A lot went wrong in 2018, so much that it was easy to lose sight of global improvements in the midst of incessant bad news. But while it may be hard to believe, 2018 was in many ways the best year yet to be a human living on Earth.
One of the worst pieces of global news this year came from the Intergovernmental Panel on Climate Change’s October report, which showed that carbon emissions are set to rise this year over last. We need a steep decline in greenhouse-gas emissions to avoid catastrophic climate change, so the fact that we’ve yet to even flatline is more than troubling. On the other hand, there has been some good news.
For example, in 2016, for the first time, the share of global energy that came from renewables passed 10%. According to the International Energy Agency, the world got nearly 25% of its electricity from renewables in 2017, and that number should jump to 30% within the next few years. (Note: Many of the figures cited in this story are from 2017 or 2016, but most were published in 2018 because it usually takes a year or two to gather and analyze global data.)
New data also show that, between 2016 and 2017, some 6.7 million additional sq km (2.6 million sq miles) of the world’s oceans were put under environmental protection. The majority of that is in national waters, meaning more countries are actively assisting in the global ocean conservation project. (About 260,000 sq km of land were also added.)
It’s a bit hard to contextualize how many endangered or threatened species we’ve been able to save, since their ranks grow as as humans explore more of the world and find new species we must assess. But the fact that we’ve been able to take an increasing number off these lists is encouraging. In 2018, the lesser long-nosed bat was delisted thanks largely to the efforts of tequila producers, whose agave plants the bats feed on.
It can be hard to assess global poverty rates, since context can vary dramatically. One way to look at it is by comparing the difference between what the average person makes a day, and the global poverty line of $1.90 a day (as determined by the World Bank). Based on that measure, global poverty is falling.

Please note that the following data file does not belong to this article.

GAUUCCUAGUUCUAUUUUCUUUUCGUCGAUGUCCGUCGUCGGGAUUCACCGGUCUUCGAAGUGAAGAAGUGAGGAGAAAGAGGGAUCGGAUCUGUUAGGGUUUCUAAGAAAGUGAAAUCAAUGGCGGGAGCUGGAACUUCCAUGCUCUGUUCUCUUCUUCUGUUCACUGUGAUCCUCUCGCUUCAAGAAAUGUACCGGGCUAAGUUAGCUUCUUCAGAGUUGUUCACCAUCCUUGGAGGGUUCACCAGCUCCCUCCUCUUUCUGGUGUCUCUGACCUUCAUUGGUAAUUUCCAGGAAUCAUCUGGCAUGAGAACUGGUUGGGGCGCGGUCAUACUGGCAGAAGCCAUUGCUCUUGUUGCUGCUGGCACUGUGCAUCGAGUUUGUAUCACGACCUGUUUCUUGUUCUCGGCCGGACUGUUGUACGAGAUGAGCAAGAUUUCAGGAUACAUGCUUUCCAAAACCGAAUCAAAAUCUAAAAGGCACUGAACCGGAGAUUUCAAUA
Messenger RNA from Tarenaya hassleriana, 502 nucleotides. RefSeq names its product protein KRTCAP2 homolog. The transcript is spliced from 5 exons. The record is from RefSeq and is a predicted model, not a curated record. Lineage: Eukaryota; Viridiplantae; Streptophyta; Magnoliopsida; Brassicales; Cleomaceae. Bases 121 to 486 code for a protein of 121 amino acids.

Another thing to consider is quality of life. Electricity is essential to health, education, and general satisfaction. According to new data released this year, 87% of people around the world had access to electricity in 2017.
Literacy rates have been steadily climbing for decades now, and though it seems incremental, even a fraction of a percentage point can make a huge difference. Considering there are some 5.5 billion adults alive today, the 0.23 percentage-point increase from 2015 to 2016 (the last year for which data are available) means about 11.5 million more people can read.
Probably the biggest invisible improvements the world sees year to year are essential indicators of overall global public health, like rates of infant mortality, maternal mortality, childhood stunting, and teen pregnancy. These are important, because they represent access the average person alive has to health care professionals, facilities, medicine, and more. All of these rates have been falling in the past few decades, in some cases dramatically.
Another good indicator of improving global health is rates of treatable infectious diseases, like tuberculosis and malaria. These have typically been much bigger problems in poorer parts of the world, but those care gaps continue to close.
Another positive trend that can fly under the radar, especially in wealthier countries, is how the global gender gap in education continues to close. New data published this year show that, in 2016, there were 99.7 girls enrolled in primary and secondary school for every 100 boys. For comparison, in 1986 that number was 85.1. As with some of these other indicators, each year sees only what appears to be incremental improvement, but given the size of the global population, those tiny increases have outsized impact.
The 2018 US elections resulted in a historic new class of congressional representatives: at least 121 women will serve in Congress starting next year, accounting for just under 23% of Congress members. That, though, just brings the US in line with the global trend, in which women’s share of government seats passed 23% in 2016, and rose to nearly 24% in 2017.
There’s still much to do for women’s equality. There’s also much more to do for LGBTQ rights. But one encouraging trend is that countries continue to legalize same-sex marriage. In 2018, Costa Rica’s highest court ruled that laws banning same-sex marriage are unconstitutional, bringing the country in line with about 30 others that have done the same.